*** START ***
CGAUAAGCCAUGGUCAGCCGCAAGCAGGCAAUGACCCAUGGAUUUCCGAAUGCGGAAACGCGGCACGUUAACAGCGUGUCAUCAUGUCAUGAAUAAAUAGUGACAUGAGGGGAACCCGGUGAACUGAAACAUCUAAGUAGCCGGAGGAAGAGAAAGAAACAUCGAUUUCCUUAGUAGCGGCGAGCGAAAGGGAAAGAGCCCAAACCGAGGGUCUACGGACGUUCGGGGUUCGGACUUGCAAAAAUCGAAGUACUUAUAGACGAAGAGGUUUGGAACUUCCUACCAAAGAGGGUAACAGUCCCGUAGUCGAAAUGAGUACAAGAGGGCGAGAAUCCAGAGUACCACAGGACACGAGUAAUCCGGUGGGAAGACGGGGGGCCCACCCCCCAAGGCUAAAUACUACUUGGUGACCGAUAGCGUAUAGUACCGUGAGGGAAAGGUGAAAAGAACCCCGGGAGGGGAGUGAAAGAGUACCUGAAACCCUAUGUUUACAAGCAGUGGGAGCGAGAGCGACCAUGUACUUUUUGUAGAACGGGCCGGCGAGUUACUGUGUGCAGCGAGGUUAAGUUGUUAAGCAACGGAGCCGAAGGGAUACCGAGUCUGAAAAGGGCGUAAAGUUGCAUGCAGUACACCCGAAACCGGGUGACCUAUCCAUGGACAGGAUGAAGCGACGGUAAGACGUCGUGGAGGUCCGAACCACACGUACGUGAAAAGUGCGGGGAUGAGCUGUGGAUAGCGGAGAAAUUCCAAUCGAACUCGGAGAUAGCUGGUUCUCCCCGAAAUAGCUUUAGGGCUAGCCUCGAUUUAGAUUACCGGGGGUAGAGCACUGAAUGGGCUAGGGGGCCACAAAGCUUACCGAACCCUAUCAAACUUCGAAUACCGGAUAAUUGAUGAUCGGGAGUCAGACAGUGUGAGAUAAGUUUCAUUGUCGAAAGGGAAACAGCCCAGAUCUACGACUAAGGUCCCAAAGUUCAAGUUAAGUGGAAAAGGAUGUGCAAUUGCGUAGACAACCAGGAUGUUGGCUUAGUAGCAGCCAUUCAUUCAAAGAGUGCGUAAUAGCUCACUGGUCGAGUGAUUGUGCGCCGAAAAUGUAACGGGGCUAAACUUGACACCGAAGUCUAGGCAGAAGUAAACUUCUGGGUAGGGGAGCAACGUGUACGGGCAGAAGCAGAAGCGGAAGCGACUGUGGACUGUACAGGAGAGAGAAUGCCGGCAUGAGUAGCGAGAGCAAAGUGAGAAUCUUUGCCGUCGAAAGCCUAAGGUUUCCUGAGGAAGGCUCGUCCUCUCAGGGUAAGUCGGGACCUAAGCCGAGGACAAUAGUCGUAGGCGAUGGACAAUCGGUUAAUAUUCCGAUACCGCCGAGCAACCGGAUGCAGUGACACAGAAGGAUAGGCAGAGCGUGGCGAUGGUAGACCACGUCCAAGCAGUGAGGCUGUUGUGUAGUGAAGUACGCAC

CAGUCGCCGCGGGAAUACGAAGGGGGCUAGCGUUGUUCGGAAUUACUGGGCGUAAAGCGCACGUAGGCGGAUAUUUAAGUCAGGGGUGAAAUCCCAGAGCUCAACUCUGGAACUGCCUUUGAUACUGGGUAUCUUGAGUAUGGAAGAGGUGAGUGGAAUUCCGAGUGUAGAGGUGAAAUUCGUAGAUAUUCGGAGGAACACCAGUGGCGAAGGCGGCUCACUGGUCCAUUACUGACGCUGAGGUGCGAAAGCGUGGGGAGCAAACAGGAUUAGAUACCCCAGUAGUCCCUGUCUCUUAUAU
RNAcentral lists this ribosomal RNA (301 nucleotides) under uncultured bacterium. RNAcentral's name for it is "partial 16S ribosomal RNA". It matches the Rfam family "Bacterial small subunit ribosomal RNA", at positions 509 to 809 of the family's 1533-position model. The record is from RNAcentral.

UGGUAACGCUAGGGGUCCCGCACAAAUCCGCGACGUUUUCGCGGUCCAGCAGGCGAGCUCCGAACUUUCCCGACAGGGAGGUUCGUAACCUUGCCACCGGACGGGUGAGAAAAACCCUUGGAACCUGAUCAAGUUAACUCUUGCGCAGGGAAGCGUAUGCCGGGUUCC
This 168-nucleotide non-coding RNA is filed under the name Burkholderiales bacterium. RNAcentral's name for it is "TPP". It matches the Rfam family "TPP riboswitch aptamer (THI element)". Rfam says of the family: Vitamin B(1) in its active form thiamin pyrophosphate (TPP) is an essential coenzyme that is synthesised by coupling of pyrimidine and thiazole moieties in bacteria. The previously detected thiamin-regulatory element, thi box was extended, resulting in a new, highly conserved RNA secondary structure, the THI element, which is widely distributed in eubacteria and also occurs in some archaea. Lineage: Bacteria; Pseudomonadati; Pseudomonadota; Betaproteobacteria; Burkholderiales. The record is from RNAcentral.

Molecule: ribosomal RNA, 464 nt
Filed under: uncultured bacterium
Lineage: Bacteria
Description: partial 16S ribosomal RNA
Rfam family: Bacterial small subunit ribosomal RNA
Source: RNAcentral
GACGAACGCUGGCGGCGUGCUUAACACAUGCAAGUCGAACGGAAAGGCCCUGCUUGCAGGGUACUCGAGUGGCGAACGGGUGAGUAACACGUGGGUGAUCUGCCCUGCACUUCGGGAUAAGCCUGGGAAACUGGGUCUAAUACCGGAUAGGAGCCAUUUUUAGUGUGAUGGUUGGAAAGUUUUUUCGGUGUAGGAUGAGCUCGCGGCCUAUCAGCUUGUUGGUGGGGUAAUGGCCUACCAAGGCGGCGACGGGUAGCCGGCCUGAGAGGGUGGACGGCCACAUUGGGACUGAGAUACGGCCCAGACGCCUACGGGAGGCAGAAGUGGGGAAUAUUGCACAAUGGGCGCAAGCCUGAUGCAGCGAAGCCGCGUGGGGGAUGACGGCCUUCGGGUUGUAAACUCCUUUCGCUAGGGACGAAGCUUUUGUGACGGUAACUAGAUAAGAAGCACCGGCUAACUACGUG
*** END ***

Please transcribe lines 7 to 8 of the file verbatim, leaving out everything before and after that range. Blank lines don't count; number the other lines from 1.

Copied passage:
Filed under: uncultured bacterium
Lineage: Bacteria